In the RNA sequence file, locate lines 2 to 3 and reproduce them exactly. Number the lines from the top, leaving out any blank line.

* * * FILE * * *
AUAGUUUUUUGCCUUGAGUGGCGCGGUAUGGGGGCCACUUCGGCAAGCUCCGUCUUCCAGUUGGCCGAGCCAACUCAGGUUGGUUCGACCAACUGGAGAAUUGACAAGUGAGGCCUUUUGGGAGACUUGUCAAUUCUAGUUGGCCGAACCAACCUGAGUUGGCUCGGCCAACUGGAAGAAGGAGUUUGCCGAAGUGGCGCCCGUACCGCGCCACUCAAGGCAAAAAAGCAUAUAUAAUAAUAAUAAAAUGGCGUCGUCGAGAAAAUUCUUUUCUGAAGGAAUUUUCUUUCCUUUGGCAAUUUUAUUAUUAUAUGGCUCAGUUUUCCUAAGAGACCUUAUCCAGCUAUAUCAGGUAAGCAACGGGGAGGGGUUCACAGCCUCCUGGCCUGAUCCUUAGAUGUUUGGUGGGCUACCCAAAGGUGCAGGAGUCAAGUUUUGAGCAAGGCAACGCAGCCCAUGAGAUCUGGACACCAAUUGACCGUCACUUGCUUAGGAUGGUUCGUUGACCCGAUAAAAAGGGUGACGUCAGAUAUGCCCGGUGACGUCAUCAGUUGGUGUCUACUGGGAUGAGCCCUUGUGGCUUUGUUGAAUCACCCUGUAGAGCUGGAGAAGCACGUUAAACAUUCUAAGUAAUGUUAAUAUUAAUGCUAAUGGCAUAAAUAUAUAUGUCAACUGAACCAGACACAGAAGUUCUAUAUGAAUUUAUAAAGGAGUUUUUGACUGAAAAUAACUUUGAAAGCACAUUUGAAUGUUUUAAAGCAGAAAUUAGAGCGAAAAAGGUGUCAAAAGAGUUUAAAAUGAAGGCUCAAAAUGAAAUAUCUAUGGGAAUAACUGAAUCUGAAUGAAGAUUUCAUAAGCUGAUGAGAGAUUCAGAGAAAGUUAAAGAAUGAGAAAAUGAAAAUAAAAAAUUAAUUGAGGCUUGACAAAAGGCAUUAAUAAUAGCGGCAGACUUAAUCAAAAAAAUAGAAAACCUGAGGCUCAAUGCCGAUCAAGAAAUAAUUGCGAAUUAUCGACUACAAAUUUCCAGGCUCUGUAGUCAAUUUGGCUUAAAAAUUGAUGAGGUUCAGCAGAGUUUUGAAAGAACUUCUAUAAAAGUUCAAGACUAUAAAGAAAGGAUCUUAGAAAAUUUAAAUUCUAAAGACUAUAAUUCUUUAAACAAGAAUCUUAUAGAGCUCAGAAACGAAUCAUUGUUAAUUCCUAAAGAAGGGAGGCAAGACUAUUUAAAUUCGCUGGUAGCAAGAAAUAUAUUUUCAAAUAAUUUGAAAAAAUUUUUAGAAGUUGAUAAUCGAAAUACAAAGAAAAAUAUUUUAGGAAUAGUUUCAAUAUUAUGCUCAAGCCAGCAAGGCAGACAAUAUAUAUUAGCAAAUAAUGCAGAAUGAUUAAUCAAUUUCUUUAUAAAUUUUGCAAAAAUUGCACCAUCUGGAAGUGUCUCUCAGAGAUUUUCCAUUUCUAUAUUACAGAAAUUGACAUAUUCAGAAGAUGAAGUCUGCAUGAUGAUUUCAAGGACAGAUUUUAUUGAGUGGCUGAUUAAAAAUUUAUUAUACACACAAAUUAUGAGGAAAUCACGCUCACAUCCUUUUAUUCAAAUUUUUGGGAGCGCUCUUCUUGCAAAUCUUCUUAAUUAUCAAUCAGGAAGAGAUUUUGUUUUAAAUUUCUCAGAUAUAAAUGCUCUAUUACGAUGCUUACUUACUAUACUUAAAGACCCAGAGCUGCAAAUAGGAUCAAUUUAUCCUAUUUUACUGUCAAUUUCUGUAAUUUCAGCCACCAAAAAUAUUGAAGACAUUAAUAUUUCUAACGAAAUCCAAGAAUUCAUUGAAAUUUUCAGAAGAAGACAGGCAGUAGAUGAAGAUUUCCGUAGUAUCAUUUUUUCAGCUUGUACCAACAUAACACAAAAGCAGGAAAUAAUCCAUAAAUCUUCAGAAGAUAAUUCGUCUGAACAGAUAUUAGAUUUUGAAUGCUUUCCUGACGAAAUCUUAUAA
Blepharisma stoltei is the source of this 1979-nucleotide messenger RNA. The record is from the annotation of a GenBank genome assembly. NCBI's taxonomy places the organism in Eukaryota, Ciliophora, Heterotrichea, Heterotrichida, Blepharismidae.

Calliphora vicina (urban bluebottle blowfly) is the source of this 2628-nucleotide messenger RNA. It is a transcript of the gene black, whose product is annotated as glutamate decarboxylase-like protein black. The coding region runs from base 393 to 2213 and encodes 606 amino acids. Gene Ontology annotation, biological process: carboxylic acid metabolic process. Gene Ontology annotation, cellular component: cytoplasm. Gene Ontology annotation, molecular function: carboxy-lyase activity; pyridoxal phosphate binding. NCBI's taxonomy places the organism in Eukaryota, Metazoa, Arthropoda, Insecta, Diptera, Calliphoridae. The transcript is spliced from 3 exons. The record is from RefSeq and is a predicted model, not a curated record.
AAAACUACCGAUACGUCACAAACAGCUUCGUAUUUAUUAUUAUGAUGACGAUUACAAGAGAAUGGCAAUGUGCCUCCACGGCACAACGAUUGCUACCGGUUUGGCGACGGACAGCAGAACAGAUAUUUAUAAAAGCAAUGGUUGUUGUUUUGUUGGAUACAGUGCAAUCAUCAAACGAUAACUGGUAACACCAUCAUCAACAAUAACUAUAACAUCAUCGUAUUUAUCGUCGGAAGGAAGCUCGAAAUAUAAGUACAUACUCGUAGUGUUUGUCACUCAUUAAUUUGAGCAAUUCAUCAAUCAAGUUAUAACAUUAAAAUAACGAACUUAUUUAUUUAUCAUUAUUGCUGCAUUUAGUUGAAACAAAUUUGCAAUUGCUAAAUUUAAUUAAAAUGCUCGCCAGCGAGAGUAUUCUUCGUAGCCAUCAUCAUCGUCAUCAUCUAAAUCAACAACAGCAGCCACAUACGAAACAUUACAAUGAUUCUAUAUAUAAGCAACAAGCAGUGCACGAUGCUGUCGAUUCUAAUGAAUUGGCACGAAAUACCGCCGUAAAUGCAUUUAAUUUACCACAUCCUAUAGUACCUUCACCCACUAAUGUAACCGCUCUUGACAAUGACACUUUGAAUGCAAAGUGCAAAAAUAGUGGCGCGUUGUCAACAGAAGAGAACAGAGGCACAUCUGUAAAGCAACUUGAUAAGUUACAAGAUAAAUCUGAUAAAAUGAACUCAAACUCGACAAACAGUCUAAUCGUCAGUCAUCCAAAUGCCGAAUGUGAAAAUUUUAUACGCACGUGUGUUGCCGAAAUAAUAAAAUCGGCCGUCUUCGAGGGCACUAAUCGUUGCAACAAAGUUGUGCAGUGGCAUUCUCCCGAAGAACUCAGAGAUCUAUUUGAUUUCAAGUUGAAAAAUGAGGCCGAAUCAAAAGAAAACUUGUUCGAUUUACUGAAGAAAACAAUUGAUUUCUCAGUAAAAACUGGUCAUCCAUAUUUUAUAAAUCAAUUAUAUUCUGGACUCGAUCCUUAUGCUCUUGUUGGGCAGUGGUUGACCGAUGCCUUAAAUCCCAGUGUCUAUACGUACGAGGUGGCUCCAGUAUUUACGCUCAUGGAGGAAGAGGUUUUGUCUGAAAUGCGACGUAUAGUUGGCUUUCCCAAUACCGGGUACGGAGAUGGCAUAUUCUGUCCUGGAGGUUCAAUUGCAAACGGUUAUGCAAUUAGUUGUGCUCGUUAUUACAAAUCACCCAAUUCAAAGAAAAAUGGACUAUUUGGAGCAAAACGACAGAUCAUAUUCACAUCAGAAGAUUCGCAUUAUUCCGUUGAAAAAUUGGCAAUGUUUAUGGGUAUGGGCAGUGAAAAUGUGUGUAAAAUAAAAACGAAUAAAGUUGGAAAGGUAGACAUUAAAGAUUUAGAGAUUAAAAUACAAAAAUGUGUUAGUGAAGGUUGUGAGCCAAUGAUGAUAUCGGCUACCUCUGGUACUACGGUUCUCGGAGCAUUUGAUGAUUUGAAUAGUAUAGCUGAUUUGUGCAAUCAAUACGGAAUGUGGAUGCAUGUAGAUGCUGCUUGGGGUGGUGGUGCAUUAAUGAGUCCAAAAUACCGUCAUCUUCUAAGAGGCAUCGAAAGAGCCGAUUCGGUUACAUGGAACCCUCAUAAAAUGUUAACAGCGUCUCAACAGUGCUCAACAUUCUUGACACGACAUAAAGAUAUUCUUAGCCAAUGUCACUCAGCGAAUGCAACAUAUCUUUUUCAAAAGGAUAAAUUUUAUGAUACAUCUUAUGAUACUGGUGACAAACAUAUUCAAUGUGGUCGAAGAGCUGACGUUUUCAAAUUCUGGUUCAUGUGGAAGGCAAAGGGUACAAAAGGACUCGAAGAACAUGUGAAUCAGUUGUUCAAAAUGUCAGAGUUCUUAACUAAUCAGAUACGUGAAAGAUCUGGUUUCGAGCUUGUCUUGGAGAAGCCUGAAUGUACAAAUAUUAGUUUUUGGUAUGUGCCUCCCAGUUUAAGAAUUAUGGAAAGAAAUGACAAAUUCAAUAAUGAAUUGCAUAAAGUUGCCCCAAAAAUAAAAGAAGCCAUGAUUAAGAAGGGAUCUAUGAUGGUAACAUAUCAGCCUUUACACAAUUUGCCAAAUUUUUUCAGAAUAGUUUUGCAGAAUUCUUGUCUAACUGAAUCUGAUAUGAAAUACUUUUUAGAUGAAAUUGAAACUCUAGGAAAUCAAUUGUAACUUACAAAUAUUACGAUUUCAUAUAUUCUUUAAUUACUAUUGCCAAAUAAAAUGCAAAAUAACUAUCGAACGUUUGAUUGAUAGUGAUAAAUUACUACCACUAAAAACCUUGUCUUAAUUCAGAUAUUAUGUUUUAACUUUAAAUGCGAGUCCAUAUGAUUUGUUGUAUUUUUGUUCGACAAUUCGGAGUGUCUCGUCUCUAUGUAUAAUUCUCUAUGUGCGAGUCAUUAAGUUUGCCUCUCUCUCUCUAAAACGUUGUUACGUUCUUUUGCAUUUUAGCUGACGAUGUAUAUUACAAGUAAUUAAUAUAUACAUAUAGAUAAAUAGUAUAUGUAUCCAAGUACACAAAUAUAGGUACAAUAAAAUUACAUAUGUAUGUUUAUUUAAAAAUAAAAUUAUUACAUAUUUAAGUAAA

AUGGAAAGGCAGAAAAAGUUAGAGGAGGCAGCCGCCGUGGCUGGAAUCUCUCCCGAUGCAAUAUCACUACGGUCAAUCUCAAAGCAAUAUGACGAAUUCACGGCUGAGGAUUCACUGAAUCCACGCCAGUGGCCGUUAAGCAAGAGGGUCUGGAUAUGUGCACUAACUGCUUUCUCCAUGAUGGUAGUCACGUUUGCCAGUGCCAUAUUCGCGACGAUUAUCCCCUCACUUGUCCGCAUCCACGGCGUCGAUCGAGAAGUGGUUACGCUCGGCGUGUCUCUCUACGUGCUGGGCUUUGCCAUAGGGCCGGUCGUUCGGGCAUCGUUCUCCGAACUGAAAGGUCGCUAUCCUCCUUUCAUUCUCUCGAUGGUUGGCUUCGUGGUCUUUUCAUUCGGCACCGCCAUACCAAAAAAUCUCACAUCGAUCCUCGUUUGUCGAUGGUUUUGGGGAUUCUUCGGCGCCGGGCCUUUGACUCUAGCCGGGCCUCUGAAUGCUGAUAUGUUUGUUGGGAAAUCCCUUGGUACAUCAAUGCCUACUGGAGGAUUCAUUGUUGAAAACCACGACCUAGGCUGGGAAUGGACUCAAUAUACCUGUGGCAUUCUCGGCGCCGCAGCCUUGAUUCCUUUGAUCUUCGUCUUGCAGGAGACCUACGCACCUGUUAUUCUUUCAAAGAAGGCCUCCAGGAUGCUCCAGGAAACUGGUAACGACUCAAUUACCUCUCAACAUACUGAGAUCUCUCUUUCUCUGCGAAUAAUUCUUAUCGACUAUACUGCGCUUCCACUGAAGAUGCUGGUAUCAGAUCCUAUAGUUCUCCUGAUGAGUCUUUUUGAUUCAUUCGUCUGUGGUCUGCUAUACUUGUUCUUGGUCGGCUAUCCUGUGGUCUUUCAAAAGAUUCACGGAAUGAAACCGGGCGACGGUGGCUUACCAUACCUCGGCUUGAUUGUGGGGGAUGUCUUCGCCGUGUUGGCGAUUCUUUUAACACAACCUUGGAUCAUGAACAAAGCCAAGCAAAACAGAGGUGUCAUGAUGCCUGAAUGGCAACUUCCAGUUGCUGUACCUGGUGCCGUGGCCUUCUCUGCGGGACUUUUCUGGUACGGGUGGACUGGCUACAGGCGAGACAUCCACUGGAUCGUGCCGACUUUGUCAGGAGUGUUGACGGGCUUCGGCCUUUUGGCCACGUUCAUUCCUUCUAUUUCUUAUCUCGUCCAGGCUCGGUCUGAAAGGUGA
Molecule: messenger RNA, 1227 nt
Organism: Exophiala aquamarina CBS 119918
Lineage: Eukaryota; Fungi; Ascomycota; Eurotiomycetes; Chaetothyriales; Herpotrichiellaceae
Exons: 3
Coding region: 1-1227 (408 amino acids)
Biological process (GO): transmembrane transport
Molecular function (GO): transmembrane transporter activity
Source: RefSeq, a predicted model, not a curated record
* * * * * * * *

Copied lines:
Blepharisma stoltei is the source of this 1979-nucleotide messenger RNA. The record is from the annotation of a GenBank genome assembly. NCBI's taxonomy places the organism in Eukaryota, Ciliophora, Heterotrichea, Heterotrichida, Blepharismidae.

Calliphora vicina (urban bluebottle blowfly) is the source of this 2628-nucleotide messenger RNA. It is a transcript of the gene black, whose product is annotated as glutamate decarboxylase-like protein black. The coding region runs from base 393 to 2213 and encodes 606 amino acids. Gene Ontology annotation, biological process: carboxylic acid metabolic process. Gene Ontology annotation, cellular component: cytoplasm. Gene Ontology annotation, molecular function: carboxy-lyase activity; pyridoxal phosphate binding. NCBI's taxonomy places the organism in Eukaryota, Metazoa, Arthropoda, Insecta, Diptera, Calliphoridae. The transcript is spliced from 3 exons. The record is from RefSeq and is a predicted model, not a curated record.